Wednesday, November 23, 2022

Waterford’s North Quays.


The Phoenix opinion column has been running in the Waterford News & Star for more than 30 years


READING social media posts at the time of writing, the local pages were consumed in comment on proposals for an increase in local rates and charges. That’s a battle to be fought in council between the CEO and his councillors. It’s the same every year, although this year is different given the impact of energy costs and inflation of all kinds on the small business sector.

The council development agenda is fairly dramatic. Everyone buys into it until raising revenue comes into play. It will play out for better or worse but we should all remember that most things the council does are dependent on government investment, which requires some element of local matching funding, the Greenway being a case in point. The quality of the work being done in Bilberry, where the Greenway has been beautifully cantilevered out over the river and where beautiful stone walls have been built all along in front of the old foundry site, is a great achievement. Likewise, anyone who has taken the trouble to go to Mount Congreve recently to see the developing visitor attraction would have been astounded. It will be interesting anyway to see the extent of support from councillors for the CEO’s agenda.


Did the council’s original North Quay proposals to develop over 50,000 square metres of retail space create an unfortunate “wait and see” situation among national retailers?’


Anyone reading almost any social media site involving Waterford will have seen the enormous level of negative comment about the city from a section of people who supposedly live here. It is hard to imagine that an outside analysis by a professional independent group for the Irish Times decided that Waterford City is the “Best Place to Live in Ireland”! It is hard to imagine that a large multinational retailer like Decathlon can stick a pin in the Waterford map and say, “Yes, we want to locate there.” Or that The Reg Bar in Waterford was honoured last week at the Irish Pub Awards by being named as the Best Late Night Bar in Ireland for 2022.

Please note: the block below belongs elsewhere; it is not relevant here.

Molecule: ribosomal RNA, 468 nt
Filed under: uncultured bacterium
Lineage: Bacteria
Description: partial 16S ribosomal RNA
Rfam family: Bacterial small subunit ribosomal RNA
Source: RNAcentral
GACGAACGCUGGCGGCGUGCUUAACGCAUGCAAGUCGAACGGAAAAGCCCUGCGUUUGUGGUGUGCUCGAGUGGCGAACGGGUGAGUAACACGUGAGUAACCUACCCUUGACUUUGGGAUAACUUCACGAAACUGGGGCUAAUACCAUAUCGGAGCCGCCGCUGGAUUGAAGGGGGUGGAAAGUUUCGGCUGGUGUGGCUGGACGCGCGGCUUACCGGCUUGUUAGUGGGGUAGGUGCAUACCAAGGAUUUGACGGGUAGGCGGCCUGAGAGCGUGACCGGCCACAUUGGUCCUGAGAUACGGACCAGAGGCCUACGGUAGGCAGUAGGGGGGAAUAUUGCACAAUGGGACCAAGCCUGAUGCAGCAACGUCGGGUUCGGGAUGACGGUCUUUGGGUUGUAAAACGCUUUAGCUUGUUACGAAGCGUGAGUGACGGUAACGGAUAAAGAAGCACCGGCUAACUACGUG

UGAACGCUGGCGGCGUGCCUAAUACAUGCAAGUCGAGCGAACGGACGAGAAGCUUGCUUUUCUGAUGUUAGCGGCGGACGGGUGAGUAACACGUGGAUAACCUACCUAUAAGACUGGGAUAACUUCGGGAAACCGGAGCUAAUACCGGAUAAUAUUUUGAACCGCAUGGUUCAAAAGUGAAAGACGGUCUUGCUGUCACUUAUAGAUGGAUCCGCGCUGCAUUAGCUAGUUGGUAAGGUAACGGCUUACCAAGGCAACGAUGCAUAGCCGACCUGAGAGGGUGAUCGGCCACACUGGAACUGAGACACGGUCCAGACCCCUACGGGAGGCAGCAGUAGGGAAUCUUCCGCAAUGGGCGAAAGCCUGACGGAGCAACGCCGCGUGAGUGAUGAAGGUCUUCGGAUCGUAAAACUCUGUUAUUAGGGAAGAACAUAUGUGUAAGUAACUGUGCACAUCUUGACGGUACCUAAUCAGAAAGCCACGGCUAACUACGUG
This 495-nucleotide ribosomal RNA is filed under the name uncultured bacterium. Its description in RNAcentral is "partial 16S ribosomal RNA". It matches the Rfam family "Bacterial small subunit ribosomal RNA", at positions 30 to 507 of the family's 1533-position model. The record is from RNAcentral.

Some social media comments give the impression that every town large and small south of the Dublin-Galway line, other than Waterford,  is busy night, noon and morning with thronged shops, pubs bursting at the seams and restaurants overflowing every hour of the day. Some in Waterford seem to expect that the city centre should be thronged to Hong Kong levels every minute and hour of the day and that anything else is a sign of failure. The contradiction between high population growth, strong housing demand, growing employment in industry, commerce and healthcare, massive traffic jams on routes through the city at peak times and the perception that the city centre is empty is quite amazing.

There is no doubt that the city centre has long had a retail and publicity deficit. Why, is beyond understanding. Waterford city had one of the biggest and earliest employment booms in Ireland with Waterford Crystal. That failed to inspire adequate high-end retailing as money found its way in tonnes to Cork. Maybe the growth of suburban shopping in Lisduggan, The Hypermarket and Ardkeen close to where people lived caused the problem? Others suggest that the huge number of people commuting to work in the city, over 40% of the workforce, and who fail to return here for shopping and leisure spending, are the heart of the problem. Anyone who watches Rice Bridge or the traffic emerging from the city bypass at Carriganore onto the Outer Ring Road in the morning rush hour must wonder what is going on.